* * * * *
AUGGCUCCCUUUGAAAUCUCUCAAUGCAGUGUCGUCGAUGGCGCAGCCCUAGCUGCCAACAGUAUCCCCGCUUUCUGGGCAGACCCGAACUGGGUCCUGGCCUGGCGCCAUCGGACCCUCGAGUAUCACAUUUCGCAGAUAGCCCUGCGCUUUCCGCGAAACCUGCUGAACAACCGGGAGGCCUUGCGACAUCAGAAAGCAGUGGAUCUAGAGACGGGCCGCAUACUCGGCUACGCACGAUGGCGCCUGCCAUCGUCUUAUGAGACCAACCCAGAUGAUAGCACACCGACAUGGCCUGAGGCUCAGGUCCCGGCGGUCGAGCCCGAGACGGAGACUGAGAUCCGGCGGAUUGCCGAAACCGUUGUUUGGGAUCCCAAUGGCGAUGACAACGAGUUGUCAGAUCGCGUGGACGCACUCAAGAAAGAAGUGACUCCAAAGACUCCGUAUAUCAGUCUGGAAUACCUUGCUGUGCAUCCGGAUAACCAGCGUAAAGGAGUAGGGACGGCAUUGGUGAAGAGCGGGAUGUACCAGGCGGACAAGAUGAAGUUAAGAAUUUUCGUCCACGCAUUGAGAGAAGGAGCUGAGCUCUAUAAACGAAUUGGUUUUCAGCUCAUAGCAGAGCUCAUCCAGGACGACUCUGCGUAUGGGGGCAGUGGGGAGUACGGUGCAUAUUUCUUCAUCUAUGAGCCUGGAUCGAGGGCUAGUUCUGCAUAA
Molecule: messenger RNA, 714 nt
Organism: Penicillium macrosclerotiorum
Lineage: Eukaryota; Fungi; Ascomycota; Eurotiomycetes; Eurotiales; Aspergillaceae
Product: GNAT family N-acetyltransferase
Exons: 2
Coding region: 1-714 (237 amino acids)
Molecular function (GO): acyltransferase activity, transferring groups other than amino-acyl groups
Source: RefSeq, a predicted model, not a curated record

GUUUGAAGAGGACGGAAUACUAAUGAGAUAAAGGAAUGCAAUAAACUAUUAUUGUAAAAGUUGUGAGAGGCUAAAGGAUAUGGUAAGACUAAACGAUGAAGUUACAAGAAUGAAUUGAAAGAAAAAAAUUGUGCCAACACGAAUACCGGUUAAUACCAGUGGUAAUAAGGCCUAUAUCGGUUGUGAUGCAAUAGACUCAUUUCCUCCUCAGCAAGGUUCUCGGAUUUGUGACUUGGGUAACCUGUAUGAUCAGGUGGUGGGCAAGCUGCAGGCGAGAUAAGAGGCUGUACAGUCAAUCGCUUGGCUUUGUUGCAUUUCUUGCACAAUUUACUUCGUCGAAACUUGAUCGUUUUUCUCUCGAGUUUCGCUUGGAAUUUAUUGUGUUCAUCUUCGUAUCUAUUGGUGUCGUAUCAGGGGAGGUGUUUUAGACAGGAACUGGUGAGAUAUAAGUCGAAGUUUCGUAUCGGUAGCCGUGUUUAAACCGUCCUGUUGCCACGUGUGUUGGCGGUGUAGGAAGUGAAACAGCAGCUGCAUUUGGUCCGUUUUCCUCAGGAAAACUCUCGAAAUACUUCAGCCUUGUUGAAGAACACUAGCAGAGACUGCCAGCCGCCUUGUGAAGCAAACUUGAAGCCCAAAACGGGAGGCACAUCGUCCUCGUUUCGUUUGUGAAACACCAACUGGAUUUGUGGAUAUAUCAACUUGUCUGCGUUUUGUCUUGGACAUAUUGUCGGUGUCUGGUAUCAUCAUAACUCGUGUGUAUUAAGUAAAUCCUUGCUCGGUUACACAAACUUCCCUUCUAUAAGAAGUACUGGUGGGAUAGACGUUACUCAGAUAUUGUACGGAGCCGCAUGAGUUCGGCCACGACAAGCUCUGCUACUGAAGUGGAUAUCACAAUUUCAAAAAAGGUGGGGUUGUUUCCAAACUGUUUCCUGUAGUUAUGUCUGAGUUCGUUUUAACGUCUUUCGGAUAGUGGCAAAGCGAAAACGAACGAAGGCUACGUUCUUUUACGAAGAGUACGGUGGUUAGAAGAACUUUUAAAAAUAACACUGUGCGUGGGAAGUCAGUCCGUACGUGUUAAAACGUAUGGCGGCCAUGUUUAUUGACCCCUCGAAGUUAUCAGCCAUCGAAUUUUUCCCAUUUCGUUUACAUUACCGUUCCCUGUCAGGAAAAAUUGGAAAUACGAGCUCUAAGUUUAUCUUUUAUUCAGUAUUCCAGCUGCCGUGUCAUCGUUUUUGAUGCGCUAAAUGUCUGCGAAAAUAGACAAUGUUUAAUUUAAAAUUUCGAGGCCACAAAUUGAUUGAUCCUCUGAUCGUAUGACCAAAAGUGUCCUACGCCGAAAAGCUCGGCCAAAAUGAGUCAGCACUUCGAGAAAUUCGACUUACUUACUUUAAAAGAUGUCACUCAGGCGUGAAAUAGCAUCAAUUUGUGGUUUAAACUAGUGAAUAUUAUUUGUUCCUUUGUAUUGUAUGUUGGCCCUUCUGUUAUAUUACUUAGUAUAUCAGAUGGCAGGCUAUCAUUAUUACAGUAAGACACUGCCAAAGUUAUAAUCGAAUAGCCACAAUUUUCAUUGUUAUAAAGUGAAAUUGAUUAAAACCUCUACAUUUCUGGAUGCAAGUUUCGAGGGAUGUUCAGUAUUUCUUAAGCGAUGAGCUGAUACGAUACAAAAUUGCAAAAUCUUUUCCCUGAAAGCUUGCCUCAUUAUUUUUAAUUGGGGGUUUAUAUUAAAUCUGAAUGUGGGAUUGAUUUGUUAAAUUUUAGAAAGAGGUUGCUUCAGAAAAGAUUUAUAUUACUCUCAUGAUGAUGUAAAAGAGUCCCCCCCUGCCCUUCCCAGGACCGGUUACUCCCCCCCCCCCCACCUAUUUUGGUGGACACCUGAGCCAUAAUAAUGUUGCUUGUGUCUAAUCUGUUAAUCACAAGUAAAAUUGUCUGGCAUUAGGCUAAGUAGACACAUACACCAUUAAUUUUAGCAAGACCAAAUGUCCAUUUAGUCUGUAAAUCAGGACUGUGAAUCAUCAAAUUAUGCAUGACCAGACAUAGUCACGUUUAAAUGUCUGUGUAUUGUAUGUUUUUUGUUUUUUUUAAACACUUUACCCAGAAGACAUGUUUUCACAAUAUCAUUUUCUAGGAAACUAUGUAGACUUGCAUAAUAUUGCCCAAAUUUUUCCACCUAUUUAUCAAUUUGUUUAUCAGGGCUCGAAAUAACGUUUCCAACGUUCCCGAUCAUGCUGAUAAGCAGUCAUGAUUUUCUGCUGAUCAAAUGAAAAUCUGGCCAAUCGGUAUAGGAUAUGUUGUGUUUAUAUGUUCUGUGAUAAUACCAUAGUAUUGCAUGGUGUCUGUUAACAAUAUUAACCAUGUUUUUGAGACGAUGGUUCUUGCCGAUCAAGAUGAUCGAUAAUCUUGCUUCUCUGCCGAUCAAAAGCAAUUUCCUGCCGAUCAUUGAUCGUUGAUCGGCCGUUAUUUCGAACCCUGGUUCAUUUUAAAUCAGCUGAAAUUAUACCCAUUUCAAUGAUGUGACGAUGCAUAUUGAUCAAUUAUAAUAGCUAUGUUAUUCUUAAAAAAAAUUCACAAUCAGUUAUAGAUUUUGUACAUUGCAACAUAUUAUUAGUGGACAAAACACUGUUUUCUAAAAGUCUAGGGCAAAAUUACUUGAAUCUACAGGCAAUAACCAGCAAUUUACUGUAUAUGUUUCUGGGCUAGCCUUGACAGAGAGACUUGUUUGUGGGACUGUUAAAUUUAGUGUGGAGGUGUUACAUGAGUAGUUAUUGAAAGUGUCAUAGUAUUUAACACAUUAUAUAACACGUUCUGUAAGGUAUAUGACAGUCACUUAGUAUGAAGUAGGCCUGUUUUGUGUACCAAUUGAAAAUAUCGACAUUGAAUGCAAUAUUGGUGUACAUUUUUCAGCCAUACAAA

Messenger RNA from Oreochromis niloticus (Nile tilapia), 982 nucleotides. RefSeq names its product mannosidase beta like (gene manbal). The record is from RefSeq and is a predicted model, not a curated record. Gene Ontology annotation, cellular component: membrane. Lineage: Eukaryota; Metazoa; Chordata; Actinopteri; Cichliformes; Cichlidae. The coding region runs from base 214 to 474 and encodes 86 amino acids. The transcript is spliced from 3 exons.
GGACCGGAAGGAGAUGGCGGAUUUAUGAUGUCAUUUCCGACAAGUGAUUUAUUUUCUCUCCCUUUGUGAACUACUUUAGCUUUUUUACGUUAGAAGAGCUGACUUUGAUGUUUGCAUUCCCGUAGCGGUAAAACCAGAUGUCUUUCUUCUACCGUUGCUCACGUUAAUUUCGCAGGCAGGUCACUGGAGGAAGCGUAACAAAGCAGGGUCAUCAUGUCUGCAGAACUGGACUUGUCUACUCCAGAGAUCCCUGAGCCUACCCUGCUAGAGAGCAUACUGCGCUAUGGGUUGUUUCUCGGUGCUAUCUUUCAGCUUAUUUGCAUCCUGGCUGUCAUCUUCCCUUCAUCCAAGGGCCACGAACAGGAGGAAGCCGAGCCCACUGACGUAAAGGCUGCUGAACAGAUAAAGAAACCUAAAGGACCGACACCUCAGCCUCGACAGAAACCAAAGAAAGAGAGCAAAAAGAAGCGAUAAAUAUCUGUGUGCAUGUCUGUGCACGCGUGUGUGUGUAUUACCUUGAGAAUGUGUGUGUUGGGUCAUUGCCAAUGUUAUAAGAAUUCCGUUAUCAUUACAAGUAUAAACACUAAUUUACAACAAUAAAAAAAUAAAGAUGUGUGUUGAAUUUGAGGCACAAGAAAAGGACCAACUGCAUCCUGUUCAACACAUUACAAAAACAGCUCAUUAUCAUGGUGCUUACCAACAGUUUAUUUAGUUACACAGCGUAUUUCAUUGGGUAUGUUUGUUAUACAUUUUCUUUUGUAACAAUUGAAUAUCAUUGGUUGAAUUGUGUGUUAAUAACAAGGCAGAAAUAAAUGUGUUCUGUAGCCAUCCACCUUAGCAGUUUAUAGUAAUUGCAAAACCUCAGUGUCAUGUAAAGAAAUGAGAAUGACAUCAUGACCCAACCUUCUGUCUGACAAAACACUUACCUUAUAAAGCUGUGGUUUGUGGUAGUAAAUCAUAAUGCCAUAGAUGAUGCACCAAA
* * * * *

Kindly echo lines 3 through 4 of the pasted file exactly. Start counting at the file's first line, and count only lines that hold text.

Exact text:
Organism: Penicillium macrosclerotiorum
Lineage: Eukaryota; Fungi; Ascomycota; Eurotiomycetes; Eurotiales; Aspergillaceae